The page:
• To showcase the U.S. technologies available to help foreign markets meet their climate goals, Secretary of Commerce Penny Pritzker led a Smart Cities, Smart Growth trade mission to China in April 2015. 24 U.S. companies participated in more than 400 group and individual company meetings to help launch joint venture businesses in China in areas such as smart buildings, green data centers, carbon capture utilization and storage, energy efficiency technologies, clean air and water technologies, waste treatment technologies, smart grid and green transportation.
  • The Department of Commerce is developing science-based criteria and guidelines needed to inform mitigation and adaptation planning, and make businesses and communities more resilient to the impacts of climate change. NIST’s Disaster Resilience Framework provides communities with a methodology to guide planning for resilience to the hazards to which they are exposed.
  • Commerce is also helping to manage financial and environmental risk by providing the data necessary to improve decision-making. Businesses, for example, use Census data to plan investments and evaluate financial risk. Data from the National Oceanic and Atmospheric Administration underpins weather forecasts and coastal hazard warnings.
  • Strengthening the ability of businesses and communities to prepare for, respond to, and recover from a disruption is a central thread of the Department of Commerce’s resilience efforts. Whether the disruption is a natural disaster, or more persistent losses from climate change (e.g. coastal inundation and changes in precipitation); Commerce works to ensure effective coordination between federal partners and local communities. Its combination of expertise and science-based analytics, paired with long-standing partnerships enable the Department to serve critical needs for the long-term recovery of an affected area and its economy.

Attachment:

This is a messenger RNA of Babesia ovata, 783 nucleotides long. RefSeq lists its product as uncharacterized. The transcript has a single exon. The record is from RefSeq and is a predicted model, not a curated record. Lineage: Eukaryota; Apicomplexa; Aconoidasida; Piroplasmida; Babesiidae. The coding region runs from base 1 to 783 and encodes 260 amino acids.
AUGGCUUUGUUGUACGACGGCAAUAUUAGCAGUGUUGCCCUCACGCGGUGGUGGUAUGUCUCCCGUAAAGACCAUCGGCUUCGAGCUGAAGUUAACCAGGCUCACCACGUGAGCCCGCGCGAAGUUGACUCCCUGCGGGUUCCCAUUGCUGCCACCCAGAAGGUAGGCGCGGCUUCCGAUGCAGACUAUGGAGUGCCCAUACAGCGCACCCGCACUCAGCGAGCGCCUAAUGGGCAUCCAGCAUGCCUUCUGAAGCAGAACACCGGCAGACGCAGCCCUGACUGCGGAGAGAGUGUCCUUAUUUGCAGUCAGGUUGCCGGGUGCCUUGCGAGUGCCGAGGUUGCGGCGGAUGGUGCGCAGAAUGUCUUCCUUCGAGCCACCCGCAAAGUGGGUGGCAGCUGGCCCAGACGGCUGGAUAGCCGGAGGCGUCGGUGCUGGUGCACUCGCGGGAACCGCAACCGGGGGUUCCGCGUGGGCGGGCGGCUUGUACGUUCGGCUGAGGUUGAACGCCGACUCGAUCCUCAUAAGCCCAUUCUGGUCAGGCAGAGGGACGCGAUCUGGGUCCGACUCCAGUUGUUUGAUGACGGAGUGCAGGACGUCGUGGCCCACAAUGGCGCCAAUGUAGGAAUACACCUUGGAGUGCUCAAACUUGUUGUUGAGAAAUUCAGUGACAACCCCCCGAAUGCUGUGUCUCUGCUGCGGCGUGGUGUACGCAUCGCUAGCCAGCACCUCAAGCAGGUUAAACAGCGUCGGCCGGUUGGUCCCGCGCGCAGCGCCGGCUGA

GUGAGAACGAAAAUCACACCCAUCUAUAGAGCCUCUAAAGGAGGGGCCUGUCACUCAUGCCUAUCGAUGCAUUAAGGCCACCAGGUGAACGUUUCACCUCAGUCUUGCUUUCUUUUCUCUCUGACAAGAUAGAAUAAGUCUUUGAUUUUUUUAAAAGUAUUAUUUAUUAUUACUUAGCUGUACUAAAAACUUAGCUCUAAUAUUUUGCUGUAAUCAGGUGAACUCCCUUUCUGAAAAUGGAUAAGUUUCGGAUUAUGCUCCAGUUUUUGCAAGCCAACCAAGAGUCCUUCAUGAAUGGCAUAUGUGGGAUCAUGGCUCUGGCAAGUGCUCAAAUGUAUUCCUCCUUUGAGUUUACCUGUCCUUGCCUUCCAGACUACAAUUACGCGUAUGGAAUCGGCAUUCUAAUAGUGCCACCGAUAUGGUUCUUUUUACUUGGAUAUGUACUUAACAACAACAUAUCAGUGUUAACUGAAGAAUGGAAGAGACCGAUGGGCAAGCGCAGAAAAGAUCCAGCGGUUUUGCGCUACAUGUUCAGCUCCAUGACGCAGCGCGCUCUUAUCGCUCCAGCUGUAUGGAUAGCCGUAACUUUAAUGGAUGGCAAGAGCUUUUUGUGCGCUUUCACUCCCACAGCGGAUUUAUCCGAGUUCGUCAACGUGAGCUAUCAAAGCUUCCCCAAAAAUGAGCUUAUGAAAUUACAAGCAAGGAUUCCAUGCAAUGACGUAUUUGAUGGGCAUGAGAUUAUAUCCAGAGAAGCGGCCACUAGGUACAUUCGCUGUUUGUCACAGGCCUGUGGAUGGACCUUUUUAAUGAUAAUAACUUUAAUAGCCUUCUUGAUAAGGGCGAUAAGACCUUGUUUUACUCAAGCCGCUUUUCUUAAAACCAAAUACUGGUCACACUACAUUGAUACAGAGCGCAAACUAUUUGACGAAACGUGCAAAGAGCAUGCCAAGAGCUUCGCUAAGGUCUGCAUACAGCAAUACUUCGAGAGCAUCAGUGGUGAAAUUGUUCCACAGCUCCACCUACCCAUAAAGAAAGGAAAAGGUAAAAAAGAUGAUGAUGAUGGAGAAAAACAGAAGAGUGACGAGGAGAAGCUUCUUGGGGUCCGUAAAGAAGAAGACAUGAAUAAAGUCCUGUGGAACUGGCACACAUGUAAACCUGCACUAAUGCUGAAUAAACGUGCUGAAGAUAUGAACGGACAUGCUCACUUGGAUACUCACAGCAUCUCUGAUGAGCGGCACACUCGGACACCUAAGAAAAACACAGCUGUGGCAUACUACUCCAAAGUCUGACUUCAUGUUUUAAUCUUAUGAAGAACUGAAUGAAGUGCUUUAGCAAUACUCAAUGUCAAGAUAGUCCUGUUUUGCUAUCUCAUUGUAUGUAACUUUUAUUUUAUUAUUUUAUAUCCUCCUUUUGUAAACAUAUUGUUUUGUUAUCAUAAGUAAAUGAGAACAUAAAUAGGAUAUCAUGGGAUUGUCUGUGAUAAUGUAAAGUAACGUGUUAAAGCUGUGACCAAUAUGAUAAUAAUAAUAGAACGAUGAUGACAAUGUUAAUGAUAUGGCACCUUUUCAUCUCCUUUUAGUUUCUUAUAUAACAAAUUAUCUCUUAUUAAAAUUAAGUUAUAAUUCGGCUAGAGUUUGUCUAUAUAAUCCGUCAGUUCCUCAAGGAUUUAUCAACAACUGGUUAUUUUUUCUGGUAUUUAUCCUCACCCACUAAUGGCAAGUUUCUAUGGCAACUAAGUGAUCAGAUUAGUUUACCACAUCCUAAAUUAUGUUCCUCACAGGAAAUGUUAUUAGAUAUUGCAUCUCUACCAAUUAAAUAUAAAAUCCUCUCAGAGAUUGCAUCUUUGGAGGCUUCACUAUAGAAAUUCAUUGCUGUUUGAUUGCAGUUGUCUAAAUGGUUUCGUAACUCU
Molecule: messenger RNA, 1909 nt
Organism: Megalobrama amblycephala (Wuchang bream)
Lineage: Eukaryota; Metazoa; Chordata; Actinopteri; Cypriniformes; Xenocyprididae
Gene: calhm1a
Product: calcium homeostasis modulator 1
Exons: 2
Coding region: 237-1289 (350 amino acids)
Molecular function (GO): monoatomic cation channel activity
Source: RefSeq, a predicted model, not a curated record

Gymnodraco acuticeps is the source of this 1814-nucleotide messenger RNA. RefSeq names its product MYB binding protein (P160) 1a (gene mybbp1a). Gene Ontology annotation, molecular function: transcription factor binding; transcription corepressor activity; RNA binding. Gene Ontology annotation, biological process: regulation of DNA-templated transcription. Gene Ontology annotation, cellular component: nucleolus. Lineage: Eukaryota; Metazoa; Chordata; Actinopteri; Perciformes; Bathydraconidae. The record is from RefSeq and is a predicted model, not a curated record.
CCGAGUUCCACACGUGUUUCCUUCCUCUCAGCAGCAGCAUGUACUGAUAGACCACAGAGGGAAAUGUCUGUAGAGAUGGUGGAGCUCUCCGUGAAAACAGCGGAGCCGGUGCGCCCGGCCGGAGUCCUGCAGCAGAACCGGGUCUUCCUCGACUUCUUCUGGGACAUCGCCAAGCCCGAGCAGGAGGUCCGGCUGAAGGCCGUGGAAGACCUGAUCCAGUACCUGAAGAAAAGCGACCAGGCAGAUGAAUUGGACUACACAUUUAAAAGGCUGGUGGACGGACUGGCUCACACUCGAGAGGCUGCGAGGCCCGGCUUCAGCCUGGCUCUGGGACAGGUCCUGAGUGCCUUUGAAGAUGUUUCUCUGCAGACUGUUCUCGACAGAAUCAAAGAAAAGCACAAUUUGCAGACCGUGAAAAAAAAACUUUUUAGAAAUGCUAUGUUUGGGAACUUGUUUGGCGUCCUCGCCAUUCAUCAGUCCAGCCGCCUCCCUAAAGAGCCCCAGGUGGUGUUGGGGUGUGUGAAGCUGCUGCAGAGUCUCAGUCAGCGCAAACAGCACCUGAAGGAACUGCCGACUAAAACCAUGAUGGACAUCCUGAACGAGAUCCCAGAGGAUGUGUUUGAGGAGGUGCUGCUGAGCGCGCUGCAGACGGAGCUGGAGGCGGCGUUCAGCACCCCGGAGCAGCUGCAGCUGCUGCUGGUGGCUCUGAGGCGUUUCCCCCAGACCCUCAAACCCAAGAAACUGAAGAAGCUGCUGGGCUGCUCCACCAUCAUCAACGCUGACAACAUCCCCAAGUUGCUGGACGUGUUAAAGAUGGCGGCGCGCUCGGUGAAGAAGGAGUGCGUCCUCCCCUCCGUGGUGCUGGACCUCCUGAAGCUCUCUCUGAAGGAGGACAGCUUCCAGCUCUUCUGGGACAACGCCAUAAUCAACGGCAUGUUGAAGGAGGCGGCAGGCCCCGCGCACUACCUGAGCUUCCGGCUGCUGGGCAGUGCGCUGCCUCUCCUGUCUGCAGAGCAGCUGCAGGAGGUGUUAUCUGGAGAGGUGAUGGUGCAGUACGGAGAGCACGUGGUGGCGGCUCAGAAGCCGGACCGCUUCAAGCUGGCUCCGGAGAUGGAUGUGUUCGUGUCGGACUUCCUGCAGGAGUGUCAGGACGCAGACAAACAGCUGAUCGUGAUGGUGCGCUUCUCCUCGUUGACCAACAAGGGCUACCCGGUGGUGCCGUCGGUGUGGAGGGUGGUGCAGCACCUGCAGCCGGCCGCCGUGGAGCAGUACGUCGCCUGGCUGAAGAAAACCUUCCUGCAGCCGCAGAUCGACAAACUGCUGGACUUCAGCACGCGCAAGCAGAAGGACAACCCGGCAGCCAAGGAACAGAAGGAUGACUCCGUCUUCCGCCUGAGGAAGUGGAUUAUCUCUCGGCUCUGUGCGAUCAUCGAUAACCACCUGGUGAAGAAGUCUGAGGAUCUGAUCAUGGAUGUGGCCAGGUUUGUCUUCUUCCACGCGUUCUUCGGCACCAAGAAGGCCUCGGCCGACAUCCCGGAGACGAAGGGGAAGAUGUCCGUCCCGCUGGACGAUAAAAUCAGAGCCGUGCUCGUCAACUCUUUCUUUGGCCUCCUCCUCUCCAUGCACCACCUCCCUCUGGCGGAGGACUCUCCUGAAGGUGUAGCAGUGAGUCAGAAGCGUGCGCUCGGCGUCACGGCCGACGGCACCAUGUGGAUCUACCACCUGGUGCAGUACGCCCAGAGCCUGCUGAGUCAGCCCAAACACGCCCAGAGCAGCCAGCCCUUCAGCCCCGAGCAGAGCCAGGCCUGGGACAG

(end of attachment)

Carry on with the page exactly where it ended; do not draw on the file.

• The Department of Commerce’s International Trade Administration is providing market intelligence to help U.S. industry strategically deploy resources for international business development in renewable energy, smart grid, and traditional environmental technologies.
  • The Administration is also working with the world’s major traders of environmental goods and services to negotiate an agreement in the World Trade Organization to eliminate tariffs on products that reduce carbon emissions, increase energy efficiency, and help protect the environment.
  • In 2016, the Commerce Department will lead a Smart Cities trade mission to India to further its efforts to expand the U.S. manufacturing base through export-driven growth in key markets.
  • In 2015, the Administration launched the Partnerships for Opportunity and Workforce and Economic Revitalization (POWER) initiative, a coordinated effort to align federal economic and workforce development programs to assist communities negatively impacted by changes in the coal industry and power sector. The Department of Commerce’s Economic Development Administration, the Department of Labor’s Employment and Training Administration, the Small Business Administration, and the Appalachian Regional Commission announced 36 awards totaling nearly $15 million.
  • The National Oceanic and Atmospheric Administration is helping improve the efficiency of wind, wave, and solar power generation through the provision of world class forecasts.
  • The Department of Commerce's National Institute of Standards and Technology launched the Global City Teams Challenge to bring communities and innovators together to encourage collaboration on a range of issues from disaster response to energy management to mass transit improvement. The goal is to help communities and businesses connect to improve resource management and quality of life by using effective networking of computer systems and physical devices, often called the Internet of Things (IoT) or cyber-physical systems.